Moving Forward: Triangulation

Well, it’s been quite a while. About two months ago I said I was back for the summer, but then new commitments started up (namely work around the house as well as an internship at TIA Architects in Amherst, MA) and I just haven’t gotten around to the blog. Perhaps I should just give into the fact that I’m not going to be able to update this consistently, and that’s just how it will be.

At any rate, I would like to try and finish up my 3rd semester’s work so that I can actually move onto the 4th semester before I start my 5th in September. Holy moly, time flies! Let’s see if I can’t get back into the swing of things.

After our midterm with our artist residencies, we all returned to our desks to begin puzzling out the interior of our forms. I had created and organized the exterior shell around a basic space plan, but now I needed to actually see how I might  fit things into the interior. How would I address vertical circulation? Windows and other apertures? What about entrances? These are things that I really hadn’t thought about, and now I needed to.

My first step was to figure out how to meld the existing form for more shape and solidity. Up to this point, the project had been constantly fighting the “mayonnaise plague”, i.e. becoming so goopy as to no longer be recognizable. I needed to really grab the building and lift it out of the slop once and for all. The most drastic change I performed on the structure was a triangulation of the entire surface. I left the surrounding landscape smooth, and allowed this smoothness to bleed onto the surface of the structure at various points, namely the roof (which I imagined as a green roof, a grass-covered extension of the hill behind it. I was trying to capture the idea of “viewing platforms” that the owners of Storm King had mentioned during our tour) and the interior tunnels through the building.

I then created a sectional model to illustrate this change in exterior, as well as to give a peek into how the interior might unfold. Since I wanted the structure to smoothly rise from the landscape, I kept the entire “skin” of the model one material.

Sectional model of Storm King Residency, after triangulation. MDF skeleton with Bristol Board skin.

Sectional model of Storm King Residency, after triangulation. MDF skeleton with Bristol Board skin.

I also began to think about how I might lay out the interior, particularly the upper level with the living spaces for the artists. Following a similar triangulation pattern, I came up with this basic layout seen below. Though this ended up being adjusted fairly drastically as I created windows and vertical circulation, it was a decent place to start.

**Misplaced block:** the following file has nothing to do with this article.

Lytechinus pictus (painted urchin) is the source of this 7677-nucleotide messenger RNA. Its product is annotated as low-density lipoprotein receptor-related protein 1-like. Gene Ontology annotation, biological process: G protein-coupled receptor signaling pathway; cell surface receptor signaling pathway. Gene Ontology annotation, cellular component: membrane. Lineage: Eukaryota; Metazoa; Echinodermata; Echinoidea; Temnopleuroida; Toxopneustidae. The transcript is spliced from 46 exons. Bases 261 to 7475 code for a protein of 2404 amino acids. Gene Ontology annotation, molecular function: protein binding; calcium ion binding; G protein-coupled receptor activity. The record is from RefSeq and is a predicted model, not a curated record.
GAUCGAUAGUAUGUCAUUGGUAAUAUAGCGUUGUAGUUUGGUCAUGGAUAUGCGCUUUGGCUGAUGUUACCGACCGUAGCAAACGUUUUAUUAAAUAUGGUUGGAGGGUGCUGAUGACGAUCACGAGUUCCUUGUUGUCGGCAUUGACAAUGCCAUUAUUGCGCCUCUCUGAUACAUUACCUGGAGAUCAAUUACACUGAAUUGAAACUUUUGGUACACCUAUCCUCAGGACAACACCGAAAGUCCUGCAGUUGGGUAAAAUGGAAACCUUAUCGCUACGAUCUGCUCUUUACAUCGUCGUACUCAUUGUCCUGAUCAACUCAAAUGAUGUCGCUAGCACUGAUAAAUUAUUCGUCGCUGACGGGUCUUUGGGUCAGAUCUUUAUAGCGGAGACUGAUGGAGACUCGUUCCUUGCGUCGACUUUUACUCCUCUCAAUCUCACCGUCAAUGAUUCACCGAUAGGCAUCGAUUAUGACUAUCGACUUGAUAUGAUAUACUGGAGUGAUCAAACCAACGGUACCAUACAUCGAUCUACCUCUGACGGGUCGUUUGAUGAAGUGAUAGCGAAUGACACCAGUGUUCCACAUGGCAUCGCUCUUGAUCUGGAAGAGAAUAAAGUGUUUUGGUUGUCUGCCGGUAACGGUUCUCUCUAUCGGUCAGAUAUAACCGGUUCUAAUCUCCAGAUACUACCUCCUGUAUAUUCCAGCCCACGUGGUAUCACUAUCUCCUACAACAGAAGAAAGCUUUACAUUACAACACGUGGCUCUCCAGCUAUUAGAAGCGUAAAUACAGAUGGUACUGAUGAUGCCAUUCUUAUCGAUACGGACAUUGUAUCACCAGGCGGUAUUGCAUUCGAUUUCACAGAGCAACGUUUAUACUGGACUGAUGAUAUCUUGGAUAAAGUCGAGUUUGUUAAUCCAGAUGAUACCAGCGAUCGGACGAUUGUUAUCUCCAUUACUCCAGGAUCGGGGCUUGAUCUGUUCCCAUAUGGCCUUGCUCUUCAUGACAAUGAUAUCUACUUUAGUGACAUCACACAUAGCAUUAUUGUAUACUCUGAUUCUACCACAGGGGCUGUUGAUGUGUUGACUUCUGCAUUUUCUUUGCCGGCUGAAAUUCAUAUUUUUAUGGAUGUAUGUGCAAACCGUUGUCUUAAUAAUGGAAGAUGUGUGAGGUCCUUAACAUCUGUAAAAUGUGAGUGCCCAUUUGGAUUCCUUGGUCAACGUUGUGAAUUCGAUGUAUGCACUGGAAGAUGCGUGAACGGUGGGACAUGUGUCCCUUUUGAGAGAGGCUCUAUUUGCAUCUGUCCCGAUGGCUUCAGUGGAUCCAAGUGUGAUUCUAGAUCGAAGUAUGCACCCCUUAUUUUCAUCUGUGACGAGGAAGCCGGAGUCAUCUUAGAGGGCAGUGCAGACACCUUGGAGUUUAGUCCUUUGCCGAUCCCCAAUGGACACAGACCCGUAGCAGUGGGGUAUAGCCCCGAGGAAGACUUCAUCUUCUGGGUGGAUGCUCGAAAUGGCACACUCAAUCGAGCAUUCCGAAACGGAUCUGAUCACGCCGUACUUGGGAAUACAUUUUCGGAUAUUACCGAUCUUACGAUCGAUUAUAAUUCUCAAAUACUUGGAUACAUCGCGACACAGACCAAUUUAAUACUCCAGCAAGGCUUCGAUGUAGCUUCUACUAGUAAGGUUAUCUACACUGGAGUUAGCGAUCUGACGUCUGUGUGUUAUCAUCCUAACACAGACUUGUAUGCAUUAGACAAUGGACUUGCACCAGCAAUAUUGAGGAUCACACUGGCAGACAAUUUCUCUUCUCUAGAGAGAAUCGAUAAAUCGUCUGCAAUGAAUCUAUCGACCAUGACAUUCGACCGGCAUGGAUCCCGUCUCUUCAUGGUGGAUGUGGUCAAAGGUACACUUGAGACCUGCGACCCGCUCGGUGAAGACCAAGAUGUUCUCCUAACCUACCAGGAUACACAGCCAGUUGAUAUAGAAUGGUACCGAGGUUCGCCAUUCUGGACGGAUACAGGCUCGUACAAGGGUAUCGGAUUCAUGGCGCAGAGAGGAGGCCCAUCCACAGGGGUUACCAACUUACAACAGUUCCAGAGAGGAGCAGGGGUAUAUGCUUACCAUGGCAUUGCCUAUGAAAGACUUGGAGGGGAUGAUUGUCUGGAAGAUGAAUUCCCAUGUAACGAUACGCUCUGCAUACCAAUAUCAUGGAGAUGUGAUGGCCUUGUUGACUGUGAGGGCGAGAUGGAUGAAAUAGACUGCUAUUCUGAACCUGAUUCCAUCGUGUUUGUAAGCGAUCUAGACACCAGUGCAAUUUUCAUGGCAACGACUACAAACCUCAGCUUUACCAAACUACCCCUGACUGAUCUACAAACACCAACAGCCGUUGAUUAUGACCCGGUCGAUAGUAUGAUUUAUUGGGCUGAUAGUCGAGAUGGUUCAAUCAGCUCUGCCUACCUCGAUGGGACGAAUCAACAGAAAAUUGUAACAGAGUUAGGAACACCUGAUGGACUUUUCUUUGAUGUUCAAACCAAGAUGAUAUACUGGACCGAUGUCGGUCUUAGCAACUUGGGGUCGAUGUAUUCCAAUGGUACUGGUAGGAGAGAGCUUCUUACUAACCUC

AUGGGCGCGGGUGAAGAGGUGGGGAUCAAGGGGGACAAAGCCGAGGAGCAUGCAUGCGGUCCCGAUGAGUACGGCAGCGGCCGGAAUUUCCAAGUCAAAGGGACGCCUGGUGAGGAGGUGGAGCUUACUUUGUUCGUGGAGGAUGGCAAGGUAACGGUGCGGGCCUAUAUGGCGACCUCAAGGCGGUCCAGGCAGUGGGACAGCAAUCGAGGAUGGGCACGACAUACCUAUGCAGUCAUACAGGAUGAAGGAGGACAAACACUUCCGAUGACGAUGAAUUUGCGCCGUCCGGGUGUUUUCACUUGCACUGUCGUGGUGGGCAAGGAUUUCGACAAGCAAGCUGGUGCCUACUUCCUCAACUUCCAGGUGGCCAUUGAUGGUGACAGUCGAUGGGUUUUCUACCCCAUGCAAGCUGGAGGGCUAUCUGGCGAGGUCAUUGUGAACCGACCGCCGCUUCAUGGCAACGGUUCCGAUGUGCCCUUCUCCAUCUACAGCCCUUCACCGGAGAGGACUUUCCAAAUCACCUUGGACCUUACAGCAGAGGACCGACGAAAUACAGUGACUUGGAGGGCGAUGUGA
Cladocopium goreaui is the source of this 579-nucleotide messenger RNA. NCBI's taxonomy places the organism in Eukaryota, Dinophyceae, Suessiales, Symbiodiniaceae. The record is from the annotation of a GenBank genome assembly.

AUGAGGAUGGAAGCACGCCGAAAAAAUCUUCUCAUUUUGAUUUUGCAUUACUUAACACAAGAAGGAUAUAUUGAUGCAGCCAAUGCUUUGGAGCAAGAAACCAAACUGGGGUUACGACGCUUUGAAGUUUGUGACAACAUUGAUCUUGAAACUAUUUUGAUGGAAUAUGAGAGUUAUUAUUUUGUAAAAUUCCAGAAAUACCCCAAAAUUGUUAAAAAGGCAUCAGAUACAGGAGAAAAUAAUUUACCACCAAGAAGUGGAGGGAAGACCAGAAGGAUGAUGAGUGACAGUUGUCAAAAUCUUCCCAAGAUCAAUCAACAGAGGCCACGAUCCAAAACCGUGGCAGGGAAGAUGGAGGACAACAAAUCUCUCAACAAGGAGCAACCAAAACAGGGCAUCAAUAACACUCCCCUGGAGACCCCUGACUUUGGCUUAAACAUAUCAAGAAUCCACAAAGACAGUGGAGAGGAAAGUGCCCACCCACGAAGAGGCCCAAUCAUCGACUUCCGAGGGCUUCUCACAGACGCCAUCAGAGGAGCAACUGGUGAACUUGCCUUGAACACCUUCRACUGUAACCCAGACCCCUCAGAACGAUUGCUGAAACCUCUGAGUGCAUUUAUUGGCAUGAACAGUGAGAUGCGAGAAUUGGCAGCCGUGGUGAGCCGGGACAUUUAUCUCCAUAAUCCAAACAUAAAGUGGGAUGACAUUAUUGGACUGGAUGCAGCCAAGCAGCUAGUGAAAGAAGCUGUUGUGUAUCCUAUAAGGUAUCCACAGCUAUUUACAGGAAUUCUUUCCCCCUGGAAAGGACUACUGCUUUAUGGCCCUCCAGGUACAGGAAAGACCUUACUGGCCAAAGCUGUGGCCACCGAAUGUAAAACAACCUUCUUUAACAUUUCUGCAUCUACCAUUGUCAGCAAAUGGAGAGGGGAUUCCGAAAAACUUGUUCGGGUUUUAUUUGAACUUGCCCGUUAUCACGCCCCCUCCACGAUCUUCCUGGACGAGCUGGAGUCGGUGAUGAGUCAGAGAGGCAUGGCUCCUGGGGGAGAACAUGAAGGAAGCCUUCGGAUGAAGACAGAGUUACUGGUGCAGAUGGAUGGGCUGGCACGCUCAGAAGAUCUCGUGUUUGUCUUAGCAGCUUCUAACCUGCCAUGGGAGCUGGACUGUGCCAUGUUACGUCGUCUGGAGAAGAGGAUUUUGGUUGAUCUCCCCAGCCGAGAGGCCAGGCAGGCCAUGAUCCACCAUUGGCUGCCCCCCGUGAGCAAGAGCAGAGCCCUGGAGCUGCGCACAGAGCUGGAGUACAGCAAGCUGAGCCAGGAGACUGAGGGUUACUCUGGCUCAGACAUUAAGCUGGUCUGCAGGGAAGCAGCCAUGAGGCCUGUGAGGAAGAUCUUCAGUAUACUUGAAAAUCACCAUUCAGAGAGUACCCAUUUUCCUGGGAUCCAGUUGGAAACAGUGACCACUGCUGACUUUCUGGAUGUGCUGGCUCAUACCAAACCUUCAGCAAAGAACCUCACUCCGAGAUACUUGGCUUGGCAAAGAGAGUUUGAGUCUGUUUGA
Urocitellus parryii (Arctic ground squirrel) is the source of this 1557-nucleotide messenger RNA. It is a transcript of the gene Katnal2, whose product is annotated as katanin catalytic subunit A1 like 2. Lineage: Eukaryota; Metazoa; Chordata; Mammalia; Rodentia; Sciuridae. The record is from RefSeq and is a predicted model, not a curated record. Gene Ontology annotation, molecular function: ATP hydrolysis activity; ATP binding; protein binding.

A preliminary plan for the 3rd floor, where artists in residence would live.

A preliminary plan for the 3rd floor, where artists in residence would live.

A Step in the Right Direction – Incorporating Pevsner

After struggling through the past few weeks trying to create something resembling a building, I brought my project to my section critic to ask for some guidance. His first response: “Where’s the Pevsner?” And that’s where it hit me – After spending weeks analyzing and exploring our given sculptures, I had moved on to creating the building and parti from scratch, with no consideration to our previous project. Where was the Pevsner indeed?

With a new direction, I returned to the drawing board so-to-speak, and recreated the massing from scratch using my generative version of the Pevsner sculpture “Developable Column.” I used my initial parti to guide the placement of four “columns”, which I them melded and merged and mushed together in Maya (ahh, alliteration), using the shape of the generative model to create the forms and spaces, and also the voids or “light wells.” The interior spaces of the model became tunnels through the center of the massing, allowing for circulation through the building. This gave me the idea of using these interior spaces as circulation paths for the public visitors, allowing them to enter, move around, and then exit the building without ever moving into the spaces of the artists. Thus, I added one more large depression at the rear of the building, with the intent of creating a “whirlpool” to pull visitors down into the building from the main museum building and Storm King facilities above.

Two contour drawings of the 2nd iteration of my residency - one in plan showing various circulation paths, the other in elevation (from the front).

Two contour drawings of the 2nd iteration of my residency – one in plan showing various circulation paths, the other in elevation (from the front).

A preliminary section of an uncreased (no hard edges) version of the residency, to begin illustrating the interior tunnels.

A preliminary section of an uncreased (no hard edges) version of the residency, to begin illustrating the interior tunnels.

The next step of the project was to build a model for our midterm review. I used the same process as the previous Pevsner sculptural exploration – a stacked model made of 1/16th taskboard. This created a massing model of the building that nicely illustrated my intention to have it flow directly from the site and surrounding landscape.

Residency v2 - Massing Model (front)

Residency v2 – Massing Model (front) (photo credit Andrew and Christian)

Residency v2 - Massing Model (rear)